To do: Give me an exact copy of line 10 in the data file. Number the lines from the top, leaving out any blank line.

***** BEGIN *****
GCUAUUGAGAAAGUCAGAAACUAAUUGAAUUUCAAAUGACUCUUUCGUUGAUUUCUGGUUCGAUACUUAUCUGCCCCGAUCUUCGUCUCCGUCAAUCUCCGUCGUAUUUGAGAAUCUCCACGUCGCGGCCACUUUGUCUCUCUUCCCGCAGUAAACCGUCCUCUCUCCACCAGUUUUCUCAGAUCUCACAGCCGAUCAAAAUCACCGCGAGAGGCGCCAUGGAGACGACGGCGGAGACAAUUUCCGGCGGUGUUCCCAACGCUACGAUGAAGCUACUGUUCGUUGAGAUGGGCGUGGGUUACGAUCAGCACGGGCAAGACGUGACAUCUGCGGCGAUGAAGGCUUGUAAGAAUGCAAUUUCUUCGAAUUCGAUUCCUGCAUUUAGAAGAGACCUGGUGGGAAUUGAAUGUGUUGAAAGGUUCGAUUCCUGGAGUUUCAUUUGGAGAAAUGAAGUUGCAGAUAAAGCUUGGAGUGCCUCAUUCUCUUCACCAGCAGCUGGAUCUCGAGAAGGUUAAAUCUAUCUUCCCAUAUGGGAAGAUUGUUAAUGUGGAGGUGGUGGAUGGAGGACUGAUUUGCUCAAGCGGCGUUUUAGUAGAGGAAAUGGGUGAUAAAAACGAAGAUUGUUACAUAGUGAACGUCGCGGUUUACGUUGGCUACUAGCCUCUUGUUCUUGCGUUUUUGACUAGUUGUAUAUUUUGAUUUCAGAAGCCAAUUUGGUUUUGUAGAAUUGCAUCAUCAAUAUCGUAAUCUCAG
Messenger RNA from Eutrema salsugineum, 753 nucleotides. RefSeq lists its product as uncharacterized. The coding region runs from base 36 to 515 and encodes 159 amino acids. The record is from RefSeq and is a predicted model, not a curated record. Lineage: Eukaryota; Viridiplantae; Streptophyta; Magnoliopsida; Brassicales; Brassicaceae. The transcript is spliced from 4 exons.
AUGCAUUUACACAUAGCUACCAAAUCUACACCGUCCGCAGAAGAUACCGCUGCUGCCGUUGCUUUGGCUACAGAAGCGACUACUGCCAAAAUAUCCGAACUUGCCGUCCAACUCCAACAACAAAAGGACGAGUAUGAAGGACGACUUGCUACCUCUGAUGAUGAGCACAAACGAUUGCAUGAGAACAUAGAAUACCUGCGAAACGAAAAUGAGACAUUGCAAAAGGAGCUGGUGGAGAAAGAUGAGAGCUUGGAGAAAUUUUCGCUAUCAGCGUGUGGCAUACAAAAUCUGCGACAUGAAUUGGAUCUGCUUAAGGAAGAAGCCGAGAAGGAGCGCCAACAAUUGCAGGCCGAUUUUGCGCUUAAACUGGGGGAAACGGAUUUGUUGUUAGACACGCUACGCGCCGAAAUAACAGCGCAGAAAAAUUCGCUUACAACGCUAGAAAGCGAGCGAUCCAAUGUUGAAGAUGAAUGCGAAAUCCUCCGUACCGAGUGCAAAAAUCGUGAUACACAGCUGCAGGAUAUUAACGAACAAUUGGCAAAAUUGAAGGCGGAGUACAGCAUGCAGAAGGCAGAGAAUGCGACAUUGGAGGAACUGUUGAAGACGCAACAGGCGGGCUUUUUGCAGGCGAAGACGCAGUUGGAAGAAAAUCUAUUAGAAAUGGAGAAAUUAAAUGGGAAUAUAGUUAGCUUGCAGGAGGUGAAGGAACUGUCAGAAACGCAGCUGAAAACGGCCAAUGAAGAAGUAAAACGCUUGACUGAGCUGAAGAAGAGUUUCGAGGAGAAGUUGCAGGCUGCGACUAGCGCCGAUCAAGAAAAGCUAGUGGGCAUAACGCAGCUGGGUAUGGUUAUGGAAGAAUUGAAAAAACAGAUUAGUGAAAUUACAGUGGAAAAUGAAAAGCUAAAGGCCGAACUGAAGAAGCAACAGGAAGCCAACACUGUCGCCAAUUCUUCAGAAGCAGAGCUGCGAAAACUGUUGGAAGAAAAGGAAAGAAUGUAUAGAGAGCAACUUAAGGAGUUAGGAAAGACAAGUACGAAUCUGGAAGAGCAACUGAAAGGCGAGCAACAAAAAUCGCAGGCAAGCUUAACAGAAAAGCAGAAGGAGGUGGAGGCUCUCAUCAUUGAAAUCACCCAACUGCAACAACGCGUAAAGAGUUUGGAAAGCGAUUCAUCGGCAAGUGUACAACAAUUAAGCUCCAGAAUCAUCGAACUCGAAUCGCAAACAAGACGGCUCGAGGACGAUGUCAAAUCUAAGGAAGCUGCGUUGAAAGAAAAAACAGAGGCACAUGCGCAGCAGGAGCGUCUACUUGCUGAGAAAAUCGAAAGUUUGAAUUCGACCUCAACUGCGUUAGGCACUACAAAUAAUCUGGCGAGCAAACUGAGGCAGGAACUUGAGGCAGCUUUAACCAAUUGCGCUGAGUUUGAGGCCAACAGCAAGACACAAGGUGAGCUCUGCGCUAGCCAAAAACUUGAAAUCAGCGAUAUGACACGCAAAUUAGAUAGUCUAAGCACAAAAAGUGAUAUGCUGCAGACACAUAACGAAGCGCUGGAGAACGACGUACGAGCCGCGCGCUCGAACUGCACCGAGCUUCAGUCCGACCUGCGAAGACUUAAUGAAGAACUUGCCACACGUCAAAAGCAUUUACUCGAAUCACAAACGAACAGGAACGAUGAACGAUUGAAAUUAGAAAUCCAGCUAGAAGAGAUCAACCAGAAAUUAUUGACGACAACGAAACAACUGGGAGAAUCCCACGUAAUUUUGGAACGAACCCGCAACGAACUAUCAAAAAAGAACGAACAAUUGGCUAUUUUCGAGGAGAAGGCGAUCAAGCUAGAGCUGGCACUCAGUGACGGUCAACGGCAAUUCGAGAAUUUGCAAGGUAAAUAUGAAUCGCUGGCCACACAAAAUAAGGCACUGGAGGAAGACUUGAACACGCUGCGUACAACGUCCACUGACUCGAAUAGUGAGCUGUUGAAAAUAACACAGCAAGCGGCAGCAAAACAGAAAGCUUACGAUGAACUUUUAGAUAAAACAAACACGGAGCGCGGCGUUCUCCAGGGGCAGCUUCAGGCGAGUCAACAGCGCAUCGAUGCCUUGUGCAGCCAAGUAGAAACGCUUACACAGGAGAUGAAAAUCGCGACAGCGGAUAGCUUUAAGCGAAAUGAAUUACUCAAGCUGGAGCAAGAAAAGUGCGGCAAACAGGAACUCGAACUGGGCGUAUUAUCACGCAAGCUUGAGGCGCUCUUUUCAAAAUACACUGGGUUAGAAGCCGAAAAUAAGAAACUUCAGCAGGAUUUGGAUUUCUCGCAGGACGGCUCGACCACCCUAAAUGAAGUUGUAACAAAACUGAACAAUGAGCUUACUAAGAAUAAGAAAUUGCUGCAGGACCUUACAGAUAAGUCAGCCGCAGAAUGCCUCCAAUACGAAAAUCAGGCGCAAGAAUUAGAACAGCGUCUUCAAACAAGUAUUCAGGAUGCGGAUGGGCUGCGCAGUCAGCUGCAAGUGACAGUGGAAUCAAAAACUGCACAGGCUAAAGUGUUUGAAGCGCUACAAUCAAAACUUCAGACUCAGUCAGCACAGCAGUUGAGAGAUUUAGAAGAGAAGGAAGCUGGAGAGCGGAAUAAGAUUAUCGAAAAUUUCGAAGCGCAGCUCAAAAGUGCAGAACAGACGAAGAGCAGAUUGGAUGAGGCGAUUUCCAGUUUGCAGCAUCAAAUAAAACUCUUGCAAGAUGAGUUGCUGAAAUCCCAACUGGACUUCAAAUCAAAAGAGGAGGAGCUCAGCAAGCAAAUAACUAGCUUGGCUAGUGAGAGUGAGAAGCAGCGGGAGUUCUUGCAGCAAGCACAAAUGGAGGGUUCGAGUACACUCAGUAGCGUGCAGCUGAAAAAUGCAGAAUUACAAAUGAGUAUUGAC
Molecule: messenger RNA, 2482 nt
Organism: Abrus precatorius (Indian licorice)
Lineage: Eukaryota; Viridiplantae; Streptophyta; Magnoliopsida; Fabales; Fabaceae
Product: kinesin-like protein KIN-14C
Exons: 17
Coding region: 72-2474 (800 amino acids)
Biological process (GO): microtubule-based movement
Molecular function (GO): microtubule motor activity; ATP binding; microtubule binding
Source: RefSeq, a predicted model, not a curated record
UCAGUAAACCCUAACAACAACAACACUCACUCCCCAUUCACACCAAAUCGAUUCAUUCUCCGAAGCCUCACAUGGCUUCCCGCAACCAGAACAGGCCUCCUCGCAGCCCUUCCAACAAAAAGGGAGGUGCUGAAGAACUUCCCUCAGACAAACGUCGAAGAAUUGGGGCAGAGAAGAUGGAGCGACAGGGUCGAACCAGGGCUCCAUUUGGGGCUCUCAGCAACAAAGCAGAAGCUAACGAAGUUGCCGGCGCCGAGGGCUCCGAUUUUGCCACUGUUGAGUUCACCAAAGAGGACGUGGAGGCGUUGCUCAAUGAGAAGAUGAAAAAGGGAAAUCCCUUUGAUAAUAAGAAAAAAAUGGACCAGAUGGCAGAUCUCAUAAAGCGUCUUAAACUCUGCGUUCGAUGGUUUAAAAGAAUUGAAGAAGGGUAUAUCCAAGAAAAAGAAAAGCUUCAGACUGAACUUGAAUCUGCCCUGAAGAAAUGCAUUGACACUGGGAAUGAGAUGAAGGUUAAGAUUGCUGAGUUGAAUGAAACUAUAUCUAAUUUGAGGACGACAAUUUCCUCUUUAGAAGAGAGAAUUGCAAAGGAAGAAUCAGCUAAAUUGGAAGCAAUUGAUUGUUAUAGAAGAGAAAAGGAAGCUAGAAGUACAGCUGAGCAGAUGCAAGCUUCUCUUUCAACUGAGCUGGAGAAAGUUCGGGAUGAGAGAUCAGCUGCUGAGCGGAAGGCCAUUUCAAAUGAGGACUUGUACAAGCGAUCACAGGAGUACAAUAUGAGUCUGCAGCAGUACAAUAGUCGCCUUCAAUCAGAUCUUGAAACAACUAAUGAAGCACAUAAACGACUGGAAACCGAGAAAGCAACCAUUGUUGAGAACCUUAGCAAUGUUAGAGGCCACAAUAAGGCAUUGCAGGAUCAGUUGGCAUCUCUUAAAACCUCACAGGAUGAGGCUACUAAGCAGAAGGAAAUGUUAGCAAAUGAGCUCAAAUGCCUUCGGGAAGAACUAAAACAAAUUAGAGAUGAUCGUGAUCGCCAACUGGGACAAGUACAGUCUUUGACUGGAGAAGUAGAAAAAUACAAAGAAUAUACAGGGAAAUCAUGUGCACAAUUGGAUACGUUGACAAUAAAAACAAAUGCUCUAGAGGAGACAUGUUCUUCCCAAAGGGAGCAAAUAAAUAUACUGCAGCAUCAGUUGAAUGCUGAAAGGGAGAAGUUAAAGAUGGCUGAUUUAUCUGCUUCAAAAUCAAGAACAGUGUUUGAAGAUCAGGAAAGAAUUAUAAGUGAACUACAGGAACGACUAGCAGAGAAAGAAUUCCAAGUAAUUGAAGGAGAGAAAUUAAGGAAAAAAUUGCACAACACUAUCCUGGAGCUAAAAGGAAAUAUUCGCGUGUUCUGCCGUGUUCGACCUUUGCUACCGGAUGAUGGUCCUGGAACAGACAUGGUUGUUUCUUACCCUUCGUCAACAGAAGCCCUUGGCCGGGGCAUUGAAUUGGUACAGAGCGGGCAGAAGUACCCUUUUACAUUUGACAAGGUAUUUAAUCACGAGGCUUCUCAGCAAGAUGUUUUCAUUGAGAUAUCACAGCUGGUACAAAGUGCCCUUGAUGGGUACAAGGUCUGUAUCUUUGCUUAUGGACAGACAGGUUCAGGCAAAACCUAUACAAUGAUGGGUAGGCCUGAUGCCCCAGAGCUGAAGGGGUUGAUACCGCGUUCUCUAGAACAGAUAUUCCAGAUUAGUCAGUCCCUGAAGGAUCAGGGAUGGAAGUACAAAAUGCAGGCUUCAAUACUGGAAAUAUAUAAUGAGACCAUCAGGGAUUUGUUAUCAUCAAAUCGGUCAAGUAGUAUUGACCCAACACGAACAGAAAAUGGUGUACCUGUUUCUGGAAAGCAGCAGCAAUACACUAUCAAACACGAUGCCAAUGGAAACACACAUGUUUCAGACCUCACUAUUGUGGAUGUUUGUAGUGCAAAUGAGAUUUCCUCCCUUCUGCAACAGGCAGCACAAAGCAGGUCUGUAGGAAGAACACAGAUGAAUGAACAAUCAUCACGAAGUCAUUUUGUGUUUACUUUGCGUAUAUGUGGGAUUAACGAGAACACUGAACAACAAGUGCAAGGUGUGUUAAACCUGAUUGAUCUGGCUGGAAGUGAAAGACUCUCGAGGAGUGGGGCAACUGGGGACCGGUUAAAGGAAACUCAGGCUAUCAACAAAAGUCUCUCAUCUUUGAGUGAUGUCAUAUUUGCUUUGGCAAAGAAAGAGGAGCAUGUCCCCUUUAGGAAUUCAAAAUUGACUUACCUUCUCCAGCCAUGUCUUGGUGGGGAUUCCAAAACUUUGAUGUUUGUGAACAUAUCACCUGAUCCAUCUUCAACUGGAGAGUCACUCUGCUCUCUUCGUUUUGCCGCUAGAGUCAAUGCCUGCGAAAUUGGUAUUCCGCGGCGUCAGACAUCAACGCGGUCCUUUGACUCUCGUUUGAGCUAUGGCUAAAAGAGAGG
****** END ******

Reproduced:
Biological process (GO): microtubule-based movement